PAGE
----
How to Spot an Investment Scam in 6 Steps

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Carefully research any investment before making a purchase. ©iStockphoto.com/parema

Financial fraudsters use sophisticated and effective tactics to get people to part with their money. Here are six steps you can take to help you spot an investment scam.

1. Verify credentials. Don't fall for a fancy title or other trappings of success. Fraudsters hope that if they look successful, you won't bother checking their credentials. Investment professionals must register with FINRA, the Securities and Exchange Commission or your state securities or insurance regulator. You can use FINRA BrokerCheck, a free online tool to get information on brokers and investment advisers.

2. Don't chase "phantom riches." Be skeptical of investment pitches that guarantee a certain return or promise spectacular profits. They are what fraud-fighters call "phantom riches" that you will never see. No salesperson can make those kinds of promises. The reality is that every investment involves risk.

3. Ignore the "everyone is doing it" story. Don't believe claims that "everyone" is in on the deal. Be wary of a sales pitch that focuses on how many people are investing, without telling you why the investment is sound. Remember, affinity frauds are scams that prey upon members of the same social circle, religious group or ethnic background.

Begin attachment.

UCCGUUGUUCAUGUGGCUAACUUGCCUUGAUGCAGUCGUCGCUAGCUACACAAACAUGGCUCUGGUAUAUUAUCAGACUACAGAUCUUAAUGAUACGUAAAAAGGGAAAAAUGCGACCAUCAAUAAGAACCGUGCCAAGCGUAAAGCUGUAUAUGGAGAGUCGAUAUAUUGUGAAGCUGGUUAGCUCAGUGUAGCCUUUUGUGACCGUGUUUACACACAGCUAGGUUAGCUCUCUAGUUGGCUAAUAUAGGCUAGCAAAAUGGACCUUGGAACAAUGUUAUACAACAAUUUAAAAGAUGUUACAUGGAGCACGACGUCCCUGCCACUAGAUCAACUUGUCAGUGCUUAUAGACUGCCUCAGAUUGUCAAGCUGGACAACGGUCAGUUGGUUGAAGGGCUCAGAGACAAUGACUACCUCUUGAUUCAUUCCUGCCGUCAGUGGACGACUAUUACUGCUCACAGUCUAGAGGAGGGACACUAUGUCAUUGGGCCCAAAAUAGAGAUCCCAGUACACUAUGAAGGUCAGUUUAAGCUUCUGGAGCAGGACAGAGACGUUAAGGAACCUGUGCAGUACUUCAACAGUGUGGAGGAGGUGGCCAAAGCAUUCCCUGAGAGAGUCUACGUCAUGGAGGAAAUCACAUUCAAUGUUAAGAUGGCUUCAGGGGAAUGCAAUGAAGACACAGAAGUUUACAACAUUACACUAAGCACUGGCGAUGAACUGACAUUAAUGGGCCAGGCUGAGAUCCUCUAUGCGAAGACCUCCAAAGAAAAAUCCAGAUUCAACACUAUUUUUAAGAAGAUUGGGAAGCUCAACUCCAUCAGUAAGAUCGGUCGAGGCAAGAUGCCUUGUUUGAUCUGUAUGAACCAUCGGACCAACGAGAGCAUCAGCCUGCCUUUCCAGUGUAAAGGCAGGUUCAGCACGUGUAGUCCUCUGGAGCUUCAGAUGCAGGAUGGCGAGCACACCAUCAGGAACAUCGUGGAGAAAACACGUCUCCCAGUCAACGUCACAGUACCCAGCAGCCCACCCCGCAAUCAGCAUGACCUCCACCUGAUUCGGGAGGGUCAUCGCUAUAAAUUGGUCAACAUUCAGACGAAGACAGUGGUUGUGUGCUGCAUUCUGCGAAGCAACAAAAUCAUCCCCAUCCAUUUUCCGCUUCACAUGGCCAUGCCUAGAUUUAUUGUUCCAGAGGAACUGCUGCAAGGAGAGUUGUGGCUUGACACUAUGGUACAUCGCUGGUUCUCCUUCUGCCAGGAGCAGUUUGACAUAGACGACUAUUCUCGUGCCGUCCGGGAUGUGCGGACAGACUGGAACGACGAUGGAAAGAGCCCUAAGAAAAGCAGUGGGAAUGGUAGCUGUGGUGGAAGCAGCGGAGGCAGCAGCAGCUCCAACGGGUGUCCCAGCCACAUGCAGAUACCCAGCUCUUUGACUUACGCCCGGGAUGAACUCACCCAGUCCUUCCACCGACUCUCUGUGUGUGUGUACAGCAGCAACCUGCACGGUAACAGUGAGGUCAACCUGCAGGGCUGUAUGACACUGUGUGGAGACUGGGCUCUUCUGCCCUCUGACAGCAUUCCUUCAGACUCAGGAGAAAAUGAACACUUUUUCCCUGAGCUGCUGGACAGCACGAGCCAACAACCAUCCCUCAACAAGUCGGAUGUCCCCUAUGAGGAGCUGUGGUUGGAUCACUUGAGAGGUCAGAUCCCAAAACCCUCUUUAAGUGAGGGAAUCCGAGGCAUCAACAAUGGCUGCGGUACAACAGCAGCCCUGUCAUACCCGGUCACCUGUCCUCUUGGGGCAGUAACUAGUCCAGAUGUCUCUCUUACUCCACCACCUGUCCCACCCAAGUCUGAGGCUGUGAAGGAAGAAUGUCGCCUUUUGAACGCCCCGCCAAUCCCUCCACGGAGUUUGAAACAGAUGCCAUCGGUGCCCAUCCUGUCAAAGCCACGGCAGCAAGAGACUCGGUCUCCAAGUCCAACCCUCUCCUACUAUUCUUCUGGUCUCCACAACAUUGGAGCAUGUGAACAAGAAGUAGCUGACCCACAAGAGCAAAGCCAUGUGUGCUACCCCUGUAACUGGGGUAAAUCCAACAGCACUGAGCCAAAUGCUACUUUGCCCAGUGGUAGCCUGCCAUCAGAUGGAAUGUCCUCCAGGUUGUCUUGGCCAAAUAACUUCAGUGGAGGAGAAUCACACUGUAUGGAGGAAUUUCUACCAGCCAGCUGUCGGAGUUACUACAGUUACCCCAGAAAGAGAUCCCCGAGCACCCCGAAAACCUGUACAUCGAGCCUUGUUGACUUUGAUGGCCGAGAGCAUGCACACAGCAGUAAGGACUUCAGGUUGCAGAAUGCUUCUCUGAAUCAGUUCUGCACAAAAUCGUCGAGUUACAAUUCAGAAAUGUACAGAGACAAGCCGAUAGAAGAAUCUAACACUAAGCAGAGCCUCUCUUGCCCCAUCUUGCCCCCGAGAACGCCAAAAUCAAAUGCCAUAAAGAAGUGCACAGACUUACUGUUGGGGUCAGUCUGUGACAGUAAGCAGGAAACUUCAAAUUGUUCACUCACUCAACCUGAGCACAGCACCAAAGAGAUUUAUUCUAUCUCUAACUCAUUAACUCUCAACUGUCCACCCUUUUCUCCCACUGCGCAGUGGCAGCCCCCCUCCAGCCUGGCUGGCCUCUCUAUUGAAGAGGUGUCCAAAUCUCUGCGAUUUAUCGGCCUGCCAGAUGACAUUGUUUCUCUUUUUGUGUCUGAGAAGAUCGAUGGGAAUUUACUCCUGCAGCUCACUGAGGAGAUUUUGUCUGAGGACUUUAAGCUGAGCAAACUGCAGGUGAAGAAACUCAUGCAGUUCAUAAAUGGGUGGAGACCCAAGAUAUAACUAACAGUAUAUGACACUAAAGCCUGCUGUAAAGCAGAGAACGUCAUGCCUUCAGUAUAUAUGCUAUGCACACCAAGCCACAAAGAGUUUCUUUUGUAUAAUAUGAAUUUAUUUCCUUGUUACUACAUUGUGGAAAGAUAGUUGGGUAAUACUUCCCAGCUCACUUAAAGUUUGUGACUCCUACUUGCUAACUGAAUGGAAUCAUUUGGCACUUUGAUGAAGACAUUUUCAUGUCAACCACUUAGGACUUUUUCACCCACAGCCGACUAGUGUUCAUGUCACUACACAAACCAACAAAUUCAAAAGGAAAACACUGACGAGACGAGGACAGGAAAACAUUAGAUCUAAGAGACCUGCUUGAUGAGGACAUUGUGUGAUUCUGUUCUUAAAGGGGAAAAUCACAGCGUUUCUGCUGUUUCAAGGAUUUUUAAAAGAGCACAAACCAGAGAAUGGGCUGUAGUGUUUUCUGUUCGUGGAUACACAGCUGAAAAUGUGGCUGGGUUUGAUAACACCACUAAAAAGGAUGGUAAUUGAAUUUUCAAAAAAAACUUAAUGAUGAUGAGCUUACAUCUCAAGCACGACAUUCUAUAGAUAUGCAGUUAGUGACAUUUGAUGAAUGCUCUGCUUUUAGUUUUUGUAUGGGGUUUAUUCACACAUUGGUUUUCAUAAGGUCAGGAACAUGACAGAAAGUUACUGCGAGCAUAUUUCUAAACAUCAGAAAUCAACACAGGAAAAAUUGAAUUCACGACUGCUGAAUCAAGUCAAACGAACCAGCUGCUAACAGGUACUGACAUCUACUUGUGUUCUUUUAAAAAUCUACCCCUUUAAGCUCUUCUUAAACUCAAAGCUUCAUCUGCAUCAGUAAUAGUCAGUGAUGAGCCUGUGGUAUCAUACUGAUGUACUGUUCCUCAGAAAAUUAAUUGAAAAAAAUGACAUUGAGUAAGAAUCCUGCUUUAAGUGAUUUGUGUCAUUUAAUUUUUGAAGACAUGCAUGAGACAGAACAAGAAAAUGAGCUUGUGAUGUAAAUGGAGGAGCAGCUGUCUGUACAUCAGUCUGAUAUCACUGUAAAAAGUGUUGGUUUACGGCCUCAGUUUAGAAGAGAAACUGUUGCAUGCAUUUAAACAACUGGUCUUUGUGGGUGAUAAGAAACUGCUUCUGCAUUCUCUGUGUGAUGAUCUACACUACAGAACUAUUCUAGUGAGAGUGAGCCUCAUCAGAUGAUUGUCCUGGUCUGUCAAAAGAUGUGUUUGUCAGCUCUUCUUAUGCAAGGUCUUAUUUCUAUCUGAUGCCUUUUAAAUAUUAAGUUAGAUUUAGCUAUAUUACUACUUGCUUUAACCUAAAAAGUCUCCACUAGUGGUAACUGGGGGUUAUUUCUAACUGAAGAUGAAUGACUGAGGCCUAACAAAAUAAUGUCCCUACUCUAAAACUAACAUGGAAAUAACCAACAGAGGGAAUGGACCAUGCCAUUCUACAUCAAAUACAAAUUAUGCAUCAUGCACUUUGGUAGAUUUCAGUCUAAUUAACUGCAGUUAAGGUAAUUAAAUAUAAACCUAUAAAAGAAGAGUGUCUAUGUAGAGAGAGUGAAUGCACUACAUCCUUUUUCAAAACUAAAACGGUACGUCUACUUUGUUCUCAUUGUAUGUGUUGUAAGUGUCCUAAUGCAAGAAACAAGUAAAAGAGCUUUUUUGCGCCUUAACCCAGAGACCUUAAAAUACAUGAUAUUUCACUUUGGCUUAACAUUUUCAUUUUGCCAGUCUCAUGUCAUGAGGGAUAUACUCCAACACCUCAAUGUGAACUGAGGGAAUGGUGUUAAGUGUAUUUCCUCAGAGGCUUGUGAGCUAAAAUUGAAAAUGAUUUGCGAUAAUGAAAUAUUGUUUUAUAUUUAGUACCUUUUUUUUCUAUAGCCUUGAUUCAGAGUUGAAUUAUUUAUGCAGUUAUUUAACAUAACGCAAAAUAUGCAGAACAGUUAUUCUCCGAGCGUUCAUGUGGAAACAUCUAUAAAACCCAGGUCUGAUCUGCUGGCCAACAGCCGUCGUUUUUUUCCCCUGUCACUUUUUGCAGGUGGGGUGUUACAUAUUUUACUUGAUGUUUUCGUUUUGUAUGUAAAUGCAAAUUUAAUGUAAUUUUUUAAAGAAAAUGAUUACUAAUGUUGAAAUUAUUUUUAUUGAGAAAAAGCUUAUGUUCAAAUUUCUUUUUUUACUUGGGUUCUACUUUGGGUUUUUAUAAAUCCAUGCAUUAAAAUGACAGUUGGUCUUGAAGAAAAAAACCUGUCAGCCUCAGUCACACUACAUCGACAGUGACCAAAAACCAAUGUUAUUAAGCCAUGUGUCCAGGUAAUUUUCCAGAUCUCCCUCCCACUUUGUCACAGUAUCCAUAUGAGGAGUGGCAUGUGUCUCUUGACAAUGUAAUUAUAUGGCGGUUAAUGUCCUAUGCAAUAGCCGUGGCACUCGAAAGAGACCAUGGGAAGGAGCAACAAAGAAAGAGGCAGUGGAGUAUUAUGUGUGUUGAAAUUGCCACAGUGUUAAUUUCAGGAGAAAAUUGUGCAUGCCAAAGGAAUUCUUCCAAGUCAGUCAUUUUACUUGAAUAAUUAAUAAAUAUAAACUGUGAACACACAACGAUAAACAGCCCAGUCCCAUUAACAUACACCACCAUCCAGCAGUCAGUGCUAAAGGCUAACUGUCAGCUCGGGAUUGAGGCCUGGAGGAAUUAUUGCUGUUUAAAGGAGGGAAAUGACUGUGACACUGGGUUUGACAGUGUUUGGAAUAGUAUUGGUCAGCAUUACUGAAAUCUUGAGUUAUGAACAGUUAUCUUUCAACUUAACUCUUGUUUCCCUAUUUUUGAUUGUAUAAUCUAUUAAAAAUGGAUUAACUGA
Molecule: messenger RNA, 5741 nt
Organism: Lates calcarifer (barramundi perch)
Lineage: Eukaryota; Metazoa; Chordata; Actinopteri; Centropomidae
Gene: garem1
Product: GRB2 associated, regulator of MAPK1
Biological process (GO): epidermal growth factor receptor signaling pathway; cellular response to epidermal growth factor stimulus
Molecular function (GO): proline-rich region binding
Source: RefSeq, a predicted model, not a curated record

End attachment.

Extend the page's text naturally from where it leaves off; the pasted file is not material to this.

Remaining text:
4. Refuse to be rushed. If the salesperson tells you that the offer is for a limited time only, or that investment opportunities are limited, consider it a red flag. A legitimate investment will still be there tomorrow.

5. Never feel obligated. Don't invest because the seller gives you something for free. Salespeople count on those freebies to guilt you into buying what they are selling.

6. Arm yourself with information. Learn to spot the red flags of investment fraud so you can protect yourself and your loved ones. Go to SaveAndInvest.org for more information.

FINRA is the largest independent regulator for all securities firms doing business in the United States. Our chief role is to protect investors by maintaining the fairness of the U.S. capital markets. FINRA does not endorse, sponsor, or guarantee, nor is it sponsored by, any advertisers on this site, and any dealings with those advertisers are solely between you and the advertisers.

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